What changed? According to Finkelstein, U.S. foreign policy interests in the Middle East, beginning in the aftermath of the 1967 Six Day War, made a pronounced tilt toward Israel, a tilt cheered by powerful Jewish lobby groups always on the lookout for fresh fundraising angles. And what better way to lash Jews (and non-Jews) to the mast of a pro-Israel foreign policy -- encouraged in the 1970s by right-wing Israeli governments seeking to deflect attention from their own egregious treatment of the Palestinians -- than to warn darkly that Arab hostility to Israel threatened to explode into a second Final Solution? And what better way to effect that than with an avalanche of Holocaust propaganda and liberal doses of moral blackmail, foisted upon Jew and non-Jew alike by such Holocaust self-dramatizers as Elie Wiesel, reminding us everywhere of the uniqueness, unforgivability and ever-possible reappearance of the death camps of decades ago?
The Holocaust industry's latest frontier, says Finkelstein, is cold cash. The drive for reparations, headed up by organizations such as the World Jewish Congress and the Jewish Material Claims Conference, constitutes nothing less than a "double shakedown" under the guise of recovering assets belonging to and otherwise compensating Jewish victims and survivors of the Nazis. Employing the services of politically connected lawyers like former Republican Sen. Alfonse D'Amato and former Secretary of State Lawrence Eagleburger, these organizations, charges Finkelstein, have grossly exaggerated the number of Jewish survivors while using outright political threats against European governments and institutions. The money itself has gone not to the victims (who include Finkelstein's mother, a survivor of the Warsaw ghetto, who received a paltry $3,500) but to various "institutes," "memorials" and "Holocaust education" projects and to assist Jewish emigration from Eastern Europe.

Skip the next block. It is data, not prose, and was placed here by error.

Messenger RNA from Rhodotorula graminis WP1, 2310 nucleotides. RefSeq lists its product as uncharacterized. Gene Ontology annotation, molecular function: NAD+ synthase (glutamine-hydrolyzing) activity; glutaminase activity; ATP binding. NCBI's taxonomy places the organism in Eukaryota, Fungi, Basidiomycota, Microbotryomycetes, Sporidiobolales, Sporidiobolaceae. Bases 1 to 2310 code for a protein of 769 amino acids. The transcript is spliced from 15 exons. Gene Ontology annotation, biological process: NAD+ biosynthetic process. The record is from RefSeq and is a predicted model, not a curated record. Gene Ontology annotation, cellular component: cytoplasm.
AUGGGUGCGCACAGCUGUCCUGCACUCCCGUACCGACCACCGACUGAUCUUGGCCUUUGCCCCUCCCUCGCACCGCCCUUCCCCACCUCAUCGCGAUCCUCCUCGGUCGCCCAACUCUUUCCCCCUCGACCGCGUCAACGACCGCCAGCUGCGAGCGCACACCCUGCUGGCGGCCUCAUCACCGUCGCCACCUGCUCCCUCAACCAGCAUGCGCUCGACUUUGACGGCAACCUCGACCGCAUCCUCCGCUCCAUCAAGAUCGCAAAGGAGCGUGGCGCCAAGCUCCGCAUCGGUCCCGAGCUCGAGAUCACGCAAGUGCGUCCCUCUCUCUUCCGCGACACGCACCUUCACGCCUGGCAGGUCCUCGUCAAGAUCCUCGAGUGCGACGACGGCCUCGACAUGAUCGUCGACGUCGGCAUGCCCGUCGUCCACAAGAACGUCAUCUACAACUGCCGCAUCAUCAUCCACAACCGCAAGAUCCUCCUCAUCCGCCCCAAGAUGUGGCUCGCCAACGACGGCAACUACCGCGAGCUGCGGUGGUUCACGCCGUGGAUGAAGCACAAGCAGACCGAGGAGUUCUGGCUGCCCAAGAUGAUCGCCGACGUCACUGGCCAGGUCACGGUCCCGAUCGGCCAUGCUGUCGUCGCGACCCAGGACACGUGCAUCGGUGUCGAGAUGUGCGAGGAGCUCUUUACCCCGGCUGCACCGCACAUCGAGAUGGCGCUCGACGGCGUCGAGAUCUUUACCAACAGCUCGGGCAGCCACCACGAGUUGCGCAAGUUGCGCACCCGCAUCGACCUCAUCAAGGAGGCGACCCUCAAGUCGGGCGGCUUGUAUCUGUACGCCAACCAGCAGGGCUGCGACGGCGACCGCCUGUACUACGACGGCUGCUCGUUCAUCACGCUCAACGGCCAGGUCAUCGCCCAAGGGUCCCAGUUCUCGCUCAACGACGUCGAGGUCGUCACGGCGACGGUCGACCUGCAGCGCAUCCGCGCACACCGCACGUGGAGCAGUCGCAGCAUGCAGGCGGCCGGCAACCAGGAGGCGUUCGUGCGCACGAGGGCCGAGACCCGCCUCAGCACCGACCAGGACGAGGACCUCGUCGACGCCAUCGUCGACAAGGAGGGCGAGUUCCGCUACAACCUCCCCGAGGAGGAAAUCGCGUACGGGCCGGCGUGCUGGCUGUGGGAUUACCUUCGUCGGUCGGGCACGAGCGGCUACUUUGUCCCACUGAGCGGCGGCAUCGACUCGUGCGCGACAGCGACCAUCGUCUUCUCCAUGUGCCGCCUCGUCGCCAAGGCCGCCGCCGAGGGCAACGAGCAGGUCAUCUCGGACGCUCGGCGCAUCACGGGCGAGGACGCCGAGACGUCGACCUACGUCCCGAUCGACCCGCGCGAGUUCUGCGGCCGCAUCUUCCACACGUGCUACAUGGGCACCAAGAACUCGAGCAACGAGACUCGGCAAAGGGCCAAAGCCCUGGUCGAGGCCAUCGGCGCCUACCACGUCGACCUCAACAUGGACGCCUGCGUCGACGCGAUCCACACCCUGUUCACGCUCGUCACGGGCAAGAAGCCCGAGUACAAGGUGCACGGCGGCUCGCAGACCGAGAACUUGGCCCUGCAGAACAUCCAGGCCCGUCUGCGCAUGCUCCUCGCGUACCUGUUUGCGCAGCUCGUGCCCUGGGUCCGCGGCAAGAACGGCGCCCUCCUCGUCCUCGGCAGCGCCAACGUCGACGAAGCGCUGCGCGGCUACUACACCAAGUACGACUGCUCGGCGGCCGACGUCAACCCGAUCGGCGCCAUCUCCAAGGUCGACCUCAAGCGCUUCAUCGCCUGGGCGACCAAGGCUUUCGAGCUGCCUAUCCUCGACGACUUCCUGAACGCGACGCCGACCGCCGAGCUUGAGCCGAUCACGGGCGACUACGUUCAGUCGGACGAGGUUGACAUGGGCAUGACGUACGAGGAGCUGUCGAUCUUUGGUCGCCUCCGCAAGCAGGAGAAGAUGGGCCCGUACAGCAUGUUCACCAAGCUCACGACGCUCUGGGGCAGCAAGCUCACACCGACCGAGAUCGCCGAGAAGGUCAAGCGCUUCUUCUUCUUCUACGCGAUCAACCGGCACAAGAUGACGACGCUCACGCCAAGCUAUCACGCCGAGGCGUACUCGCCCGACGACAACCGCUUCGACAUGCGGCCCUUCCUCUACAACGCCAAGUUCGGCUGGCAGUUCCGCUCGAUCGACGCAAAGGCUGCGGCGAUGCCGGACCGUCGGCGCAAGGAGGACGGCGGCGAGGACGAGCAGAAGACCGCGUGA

The reparations issue is the most detailed and troubling section of Finkelstein's short book. Recent reports that $400 million has been paid to U.S. accounting firms such as Arthur Andersen, KPMG and Price Waterhouse, which charged sky-high auditing fees in connection with the international investigation of Swiss banks, lend credence to many of his charges.